It’s just something I’ve “known”, but a quick google search turns up


Another: Dawns Tattooing FAQ’s Safe Tattooing

Another source, albeit a bit anecdotal: my brother is a tatoo artist. I have seen him turn many people away because they were drinking. His explanantion is about the same as those above.

Im not sure about the alcohol, however the water in the drink sure can thin the blood.

I suppose that if you drink alcohol, you are also drinking along with it a lot of water which thins the blood. No one drinks pure alcohol, you know?

jrishaw: Thanks! Good reference.
You know, at the risk of sounding self-serving, I don’t think the acute anticoagulant effect of alcohol (like that cited in the Nature article) is very well known by docs. I honestly can’t recall it ever being mentioned during the, literally, scores of rounds and sessions I’ve attended regarding alcohol. These have involved hundreds of docs, students, etc. Thanks for pointing it out.

handy: By your logic, drinking pure distilled water is even more potent at thinning the blood than alcoholic beverages.

Ditto for me, KG. Don’t remember running across info on the acute effect of alcohol on platelets at all, even in the articles touting the cardiovascular benefits of one drink a day. Hmmm…must be a conspiracy of the aspirin manufacturers!

During Spring Break a few years back, the guy in the room next door went to get his nipple pieced (ouch!). The piercer was apparently able to tell he had been drinking heavily the night before (as opposed to moderately drinking) because he bled profusely when the pierce was made. And he kept leaking for the next couple days, but only after midnight when he’d been drinking for several hours already. Sure seemed to thin his blood, from my observations.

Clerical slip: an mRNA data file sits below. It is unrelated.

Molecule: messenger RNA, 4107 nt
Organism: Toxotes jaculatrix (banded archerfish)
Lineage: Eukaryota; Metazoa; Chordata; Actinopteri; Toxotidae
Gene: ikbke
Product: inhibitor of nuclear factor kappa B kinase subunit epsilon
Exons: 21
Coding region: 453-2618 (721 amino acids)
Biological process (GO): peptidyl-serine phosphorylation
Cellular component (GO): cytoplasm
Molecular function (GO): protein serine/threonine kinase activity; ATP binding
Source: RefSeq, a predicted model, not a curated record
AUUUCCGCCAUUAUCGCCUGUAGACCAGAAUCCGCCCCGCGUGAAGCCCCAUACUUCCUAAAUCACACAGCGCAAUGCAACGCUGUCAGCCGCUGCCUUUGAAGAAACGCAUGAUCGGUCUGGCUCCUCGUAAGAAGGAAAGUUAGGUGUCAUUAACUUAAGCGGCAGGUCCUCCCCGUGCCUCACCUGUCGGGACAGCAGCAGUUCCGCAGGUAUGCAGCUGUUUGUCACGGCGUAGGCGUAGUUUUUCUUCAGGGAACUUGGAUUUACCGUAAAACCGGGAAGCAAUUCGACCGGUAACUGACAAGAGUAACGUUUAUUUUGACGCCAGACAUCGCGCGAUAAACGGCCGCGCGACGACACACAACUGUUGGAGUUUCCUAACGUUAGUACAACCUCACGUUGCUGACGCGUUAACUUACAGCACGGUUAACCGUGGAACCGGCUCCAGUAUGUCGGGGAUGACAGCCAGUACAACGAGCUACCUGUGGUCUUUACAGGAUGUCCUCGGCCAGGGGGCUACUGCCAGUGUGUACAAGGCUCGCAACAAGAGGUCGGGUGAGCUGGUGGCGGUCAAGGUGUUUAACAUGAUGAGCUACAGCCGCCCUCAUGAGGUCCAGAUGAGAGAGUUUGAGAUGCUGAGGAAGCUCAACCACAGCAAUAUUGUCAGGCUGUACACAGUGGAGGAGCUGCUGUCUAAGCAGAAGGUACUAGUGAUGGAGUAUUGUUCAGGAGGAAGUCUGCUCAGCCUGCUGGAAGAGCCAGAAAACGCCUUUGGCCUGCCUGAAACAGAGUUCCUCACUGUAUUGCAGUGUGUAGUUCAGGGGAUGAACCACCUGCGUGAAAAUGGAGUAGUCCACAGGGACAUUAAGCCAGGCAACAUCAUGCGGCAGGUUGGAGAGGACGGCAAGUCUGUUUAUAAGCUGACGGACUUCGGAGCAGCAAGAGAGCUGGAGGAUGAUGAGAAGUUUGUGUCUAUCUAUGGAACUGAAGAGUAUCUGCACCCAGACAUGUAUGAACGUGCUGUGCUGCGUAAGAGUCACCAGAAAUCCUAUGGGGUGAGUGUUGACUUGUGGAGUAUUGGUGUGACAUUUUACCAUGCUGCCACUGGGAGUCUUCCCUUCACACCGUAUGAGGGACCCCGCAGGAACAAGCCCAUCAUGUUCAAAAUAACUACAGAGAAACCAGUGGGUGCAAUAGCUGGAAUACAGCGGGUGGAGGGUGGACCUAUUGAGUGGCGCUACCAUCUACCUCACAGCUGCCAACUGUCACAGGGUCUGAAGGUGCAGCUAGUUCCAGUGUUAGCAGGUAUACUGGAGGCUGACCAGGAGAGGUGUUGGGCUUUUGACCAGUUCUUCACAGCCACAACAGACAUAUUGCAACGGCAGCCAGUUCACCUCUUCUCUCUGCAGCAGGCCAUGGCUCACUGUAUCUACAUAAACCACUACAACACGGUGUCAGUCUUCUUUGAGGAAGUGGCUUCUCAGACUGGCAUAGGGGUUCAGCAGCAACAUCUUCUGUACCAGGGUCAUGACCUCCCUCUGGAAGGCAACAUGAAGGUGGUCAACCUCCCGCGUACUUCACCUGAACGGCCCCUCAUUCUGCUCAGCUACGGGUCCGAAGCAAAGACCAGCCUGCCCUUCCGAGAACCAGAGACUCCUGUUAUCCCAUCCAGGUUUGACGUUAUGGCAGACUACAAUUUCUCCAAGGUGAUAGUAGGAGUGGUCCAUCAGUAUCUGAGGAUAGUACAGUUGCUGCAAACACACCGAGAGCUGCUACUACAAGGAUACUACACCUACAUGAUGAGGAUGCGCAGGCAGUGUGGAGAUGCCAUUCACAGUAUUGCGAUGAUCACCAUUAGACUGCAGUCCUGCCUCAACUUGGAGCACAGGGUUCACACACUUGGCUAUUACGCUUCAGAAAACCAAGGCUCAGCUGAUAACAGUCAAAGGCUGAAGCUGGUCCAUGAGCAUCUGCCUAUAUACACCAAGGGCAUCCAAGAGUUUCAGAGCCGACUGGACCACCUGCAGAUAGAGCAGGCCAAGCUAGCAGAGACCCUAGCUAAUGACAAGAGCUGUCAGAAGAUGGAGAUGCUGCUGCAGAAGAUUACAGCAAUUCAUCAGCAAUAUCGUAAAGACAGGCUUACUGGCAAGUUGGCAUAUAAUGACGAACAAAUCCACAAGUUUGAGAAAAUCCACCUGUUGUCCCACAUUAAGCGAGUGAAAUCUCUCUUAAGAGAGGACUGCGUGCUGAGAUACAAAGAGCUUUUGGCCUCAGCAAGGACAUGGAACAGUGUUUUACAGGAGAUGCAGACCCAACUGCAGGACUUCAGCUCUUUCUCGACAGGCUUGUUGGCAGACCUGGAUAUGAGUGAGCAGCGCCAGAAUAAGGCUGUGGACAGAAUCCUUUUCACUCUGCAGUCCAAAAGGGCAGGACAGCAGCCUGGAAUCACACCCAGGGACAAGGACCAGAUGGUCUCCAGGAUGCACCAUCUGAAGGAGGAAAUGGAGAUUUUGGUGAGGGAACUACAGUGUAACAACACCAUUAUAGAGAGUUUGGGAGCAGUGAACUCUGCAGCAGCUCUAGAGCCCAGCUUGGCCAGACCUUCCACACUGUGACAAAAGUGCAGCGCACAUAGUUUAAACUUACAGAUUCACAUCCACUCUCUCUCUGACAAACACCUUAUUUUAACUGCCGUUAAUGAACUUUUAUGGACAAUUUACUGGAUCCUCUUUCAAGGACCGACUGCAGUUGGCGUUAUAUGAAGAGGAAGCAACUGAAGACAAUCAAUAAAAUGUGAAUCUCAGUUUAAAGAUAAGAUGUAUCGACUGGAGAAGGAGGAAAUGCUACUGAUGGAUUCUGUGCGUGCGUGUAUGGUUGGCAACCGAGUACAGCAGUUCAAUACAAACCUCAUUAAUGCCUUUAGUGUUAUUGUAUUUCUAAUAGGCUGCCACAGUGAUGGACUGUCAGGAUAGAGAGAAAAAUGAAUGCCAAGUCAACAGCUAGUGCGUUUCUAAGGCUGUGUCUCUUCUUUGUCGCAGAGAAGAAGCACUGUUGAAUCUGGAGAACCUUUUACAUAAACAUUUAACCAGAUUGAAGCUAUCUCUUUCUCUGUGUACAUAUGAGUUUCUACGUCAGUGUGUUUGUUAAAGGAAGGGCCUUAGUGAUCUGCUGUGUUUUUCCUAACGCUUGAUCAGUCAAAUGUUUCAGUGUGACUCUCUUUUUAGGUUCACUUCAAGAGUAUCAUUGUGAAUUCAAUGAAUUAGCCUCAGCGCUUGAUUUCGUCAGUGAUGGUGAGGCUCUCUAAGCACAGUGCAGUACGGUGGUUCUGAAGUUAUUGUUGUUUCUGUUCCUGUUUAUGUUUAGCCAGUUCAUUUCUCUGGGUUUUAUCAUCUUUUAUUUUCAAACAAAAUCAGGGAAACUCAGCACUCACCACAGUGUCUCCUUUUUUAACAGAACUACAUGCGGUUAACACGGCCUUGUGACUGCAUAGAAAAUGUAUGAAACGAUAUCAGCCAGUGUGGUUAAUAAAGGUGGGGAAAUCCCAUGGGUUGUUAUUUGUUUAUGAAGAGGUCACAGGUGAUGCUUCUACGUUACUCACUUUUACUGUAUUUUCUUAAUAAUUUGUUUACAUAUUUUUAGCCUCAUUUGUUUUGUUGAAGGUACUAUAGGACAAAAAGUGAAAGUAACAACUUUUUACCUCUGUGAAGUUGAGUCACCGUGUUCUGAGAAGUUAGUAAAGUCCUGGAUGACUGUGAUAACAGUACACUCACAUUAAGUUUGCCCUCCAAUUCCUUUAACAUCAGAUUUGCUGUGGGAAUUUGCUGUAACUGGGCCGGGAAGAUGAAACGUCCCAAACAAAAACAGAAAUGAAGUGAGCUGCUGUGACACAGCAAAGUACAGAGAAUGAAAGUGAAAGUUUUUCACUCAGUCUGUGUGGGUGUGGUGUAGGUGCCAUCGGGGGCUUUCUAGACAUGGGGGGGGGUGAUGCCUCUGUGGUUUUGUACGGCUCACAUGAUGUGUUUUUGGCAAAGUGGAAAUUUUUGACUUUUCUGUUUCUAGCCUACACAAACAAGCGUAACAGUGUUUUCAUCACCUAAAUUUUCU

I would think that drinking alcohol would make the blood “thicker”. Since alcohol is a diuretic, the kidneys process and pass more water than is ingested[sup]1[/sup]. This would decrease the total volume of the blood, while retaining all the solids like blood cells, and the blood gets thicker.
[sup]1[/sup]Columbia University College of P & S Complete Home Medical Guide

Thank you all for your comments, and especially jrishaw for the citation from Nature.

Meephead, it’s true tattooing sites mention not to get tattooed when drunk, but I wasn’t sure if they were just repeating an “urban legend” that had no foundation.

Fear Itself, that was almost exactly the reasoning I used when I was trying to tell my friend that her theory of alcohol “thinning the blood” sounded wrong. Apparently, I was the one in error.

“By your logic, drinking pure distilled water is even more potent at thinning the blood than
alcoholic beverages.”